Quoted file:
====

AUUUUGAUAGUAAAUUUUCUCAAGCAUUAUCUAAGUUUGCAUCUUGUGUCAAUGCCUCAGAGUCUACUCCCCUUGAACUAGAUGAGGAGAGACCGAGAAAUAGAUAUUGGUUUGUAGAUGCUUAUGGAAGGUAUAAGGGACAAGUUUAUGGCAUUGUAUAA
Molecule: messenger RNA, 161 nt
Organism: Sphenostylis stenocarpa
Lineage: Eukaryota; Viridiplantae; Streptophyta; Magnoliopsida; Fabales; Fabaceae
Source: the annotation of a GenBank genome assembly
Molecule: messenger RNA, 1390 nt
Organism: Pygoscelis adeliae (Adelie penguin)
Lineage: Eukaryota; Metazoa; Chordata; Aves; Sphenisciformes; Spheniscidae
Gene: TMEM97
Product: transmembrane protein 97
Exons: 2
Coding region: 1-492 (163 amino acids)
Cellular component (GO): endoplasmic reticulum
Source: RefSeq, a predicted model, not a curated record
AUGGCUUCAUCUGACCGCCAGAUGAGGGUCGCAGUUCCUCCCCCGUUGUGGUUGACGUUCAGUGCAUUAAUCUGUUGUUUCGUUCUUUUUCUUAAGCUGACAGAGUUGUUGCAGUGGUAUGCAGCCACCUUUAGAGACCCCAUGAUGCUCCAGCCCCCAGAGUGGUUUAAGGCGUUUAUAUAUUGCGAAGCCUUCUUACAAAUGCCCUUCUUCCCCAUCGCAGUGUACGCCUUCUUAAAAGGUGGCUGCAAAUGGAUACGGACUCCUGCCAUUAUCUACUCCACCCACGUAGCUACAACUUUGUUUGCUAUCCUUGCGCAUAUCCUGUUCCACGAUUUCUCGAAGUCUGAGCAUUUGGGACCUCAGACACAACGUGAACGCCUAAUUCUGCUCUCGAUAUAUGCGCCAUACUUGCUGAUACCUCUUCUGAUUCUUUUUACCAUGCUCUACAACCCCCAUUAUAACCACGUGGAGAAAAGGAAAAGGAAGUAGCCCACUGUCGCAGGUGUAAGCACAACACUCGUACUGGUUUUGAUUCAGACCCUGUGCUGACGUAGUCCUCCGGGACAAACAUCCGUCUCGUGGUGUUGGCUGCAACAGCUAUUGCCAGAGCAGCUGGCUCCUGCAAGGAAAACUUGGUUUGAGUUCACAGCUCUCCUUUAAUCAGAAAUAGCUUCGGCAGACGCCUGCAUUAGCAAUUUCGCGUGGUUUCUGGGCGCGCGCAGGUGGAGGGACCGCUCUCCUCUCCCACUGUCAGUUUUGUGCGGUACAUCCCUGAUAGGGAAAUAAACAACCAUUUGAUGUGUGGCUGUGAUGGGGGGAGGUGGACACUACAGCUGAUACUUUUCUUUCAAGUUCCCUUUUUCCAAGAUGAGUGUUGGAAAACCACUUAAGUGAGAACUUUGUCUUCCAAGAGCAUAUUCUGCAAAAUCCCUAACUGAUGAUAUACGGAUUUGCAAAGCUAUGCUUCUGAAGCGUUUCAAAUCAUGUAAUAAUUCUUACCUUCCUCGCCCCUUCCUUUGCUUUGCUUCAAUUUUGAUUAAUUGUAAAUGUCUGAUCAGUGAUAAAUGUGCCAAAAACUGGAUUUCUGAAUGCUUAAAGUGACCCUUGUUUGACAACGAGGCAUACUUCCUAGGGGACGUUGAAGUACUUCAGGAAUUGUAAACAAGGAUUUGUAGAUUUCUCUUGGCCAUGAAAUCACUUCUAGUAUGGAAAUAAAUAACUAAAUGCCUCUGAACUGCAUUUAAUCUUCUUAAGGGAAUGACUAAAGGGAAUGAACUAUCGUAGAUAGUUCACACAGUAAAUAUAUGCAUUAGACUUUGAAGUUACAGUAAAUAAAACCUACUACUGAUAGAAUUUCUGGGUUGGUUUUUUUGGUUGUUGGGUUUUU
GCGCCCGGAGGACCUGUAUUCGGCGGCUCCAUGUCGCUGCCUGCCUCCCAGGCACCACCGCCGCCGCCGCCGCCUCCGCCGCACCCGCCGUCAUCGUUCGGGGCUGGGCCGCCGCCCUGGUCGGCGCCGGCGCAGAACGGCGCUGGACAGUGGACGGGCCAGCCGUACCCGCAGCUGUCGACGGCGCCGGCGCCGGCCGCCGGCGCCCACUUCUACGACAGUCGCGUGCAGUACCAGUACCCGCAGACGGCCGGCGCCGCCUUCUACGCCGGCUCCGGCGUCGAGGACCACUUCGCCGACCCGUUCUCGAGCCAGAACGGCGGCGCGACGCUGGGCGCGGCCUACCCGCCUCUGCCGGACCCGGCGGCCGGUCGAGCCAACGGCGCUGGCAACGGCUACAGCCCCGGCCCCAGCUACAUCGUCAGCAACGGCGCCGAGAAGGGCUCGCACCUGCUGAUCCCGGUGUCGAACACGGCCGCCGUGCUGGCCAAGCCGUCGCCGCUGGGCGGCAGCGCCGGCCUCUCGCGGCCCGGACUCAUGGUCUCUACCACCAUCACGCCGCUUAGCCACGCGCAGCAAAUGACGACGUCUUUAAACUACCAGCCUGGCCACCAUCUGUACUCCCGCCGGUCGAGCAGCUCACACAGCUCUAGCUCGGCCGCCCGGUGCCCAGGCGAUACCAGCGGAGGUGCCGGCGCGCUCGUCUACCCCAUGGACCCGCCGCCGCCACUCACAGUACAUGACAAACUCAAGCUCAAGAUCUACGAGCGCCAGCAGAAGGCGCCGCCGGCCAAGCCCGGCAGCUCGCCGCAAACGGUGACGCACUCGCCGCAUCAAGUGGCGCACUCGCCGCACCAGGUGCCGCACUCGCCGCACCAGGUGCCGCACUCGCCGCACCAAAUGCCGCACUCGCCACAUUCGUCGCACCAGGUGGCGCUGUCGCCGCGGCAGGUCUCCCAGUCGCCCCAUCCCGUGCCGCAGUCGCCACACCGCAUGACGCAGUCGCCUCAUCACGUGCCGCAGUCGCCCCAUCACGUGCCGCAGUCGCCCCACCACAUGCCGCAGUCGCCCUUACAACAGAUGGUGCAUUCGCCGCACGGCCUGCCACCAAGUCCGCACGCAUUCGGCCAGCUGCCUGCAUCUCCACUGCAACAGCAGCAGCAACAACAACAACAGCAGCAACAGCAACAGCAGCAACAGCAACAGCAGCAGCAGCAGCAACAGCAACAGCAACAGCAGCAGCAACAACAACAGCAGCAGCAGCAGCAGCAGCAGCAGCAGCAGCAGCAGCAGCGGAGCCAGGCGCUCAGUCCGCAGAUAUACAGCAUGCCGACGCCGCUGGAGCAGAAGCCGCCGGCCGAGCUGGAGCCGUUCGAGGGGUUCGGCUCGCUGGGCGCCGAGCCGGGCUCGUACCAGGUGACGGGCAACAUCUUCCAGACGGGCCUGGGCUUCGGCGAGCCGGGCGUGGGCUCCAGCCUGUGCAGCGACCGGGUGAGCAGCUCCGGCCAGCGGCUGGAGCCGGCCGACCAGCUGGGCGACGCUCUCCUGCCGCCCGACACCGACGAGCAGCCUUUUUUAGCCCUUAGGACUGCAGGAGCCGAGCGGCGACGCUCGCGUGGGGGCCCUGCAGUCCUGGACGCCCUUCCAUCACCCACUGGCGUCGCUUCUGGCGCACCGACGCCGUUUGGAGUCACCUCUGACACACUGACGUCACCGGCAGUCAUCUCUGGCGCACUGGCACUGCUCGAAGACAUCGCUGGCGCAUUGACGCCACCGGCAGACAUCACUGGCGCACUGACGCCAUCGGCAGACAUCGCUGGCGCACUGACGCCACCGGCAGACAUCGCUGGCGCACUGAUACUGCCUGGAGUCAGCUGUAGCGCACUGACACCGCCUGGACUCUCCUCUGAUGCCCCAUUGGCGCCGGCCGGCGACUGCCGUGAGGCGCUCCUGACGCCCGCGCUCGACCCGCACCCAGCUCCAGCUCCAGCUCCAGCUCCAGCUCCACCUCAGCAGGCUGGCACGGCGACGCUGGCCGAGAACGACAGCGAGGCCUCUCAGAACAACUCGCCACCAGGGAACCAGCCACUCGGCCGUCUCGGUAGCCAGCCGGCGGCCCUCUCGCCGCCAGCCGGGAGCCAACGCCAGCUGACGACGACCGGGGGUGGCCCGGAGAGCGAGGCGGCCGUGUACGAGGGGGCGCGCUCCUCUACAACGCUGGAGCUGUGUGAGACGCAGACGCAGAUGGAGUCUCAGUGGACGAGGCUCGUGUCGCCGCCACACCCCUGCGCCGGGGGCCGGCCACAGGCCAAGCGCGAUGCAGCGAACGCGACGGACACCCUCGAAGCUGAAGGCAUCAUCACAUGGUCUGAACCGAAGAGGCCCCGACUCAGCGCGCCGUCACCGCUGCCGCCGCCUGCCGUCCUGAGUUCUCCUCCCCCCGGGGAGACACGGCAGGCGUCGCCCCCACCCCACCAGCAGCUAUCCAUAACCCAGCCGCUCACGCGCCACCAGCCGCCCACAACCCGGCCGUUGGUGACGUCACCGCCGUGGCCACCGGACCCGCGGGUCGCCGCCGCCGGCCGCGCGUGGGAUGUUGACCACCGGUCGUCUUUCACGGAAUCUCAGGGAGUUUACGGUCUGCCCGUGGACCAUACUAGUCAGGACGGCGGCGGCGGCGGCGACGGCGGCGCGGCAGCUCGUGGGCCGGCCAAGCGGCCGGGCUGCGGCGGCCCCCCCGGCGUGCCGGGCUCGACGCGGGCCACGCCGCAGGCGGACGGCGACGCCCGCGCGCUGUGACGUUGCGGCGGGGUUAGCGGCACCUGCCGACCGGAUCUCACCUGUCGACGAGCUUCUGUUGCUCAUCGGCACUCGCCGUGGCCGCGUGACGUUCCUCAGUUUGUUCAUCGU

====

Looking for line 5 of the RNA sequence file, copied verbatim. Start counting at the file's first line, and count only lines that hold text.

Source: the annotation of a GenBank genome assembly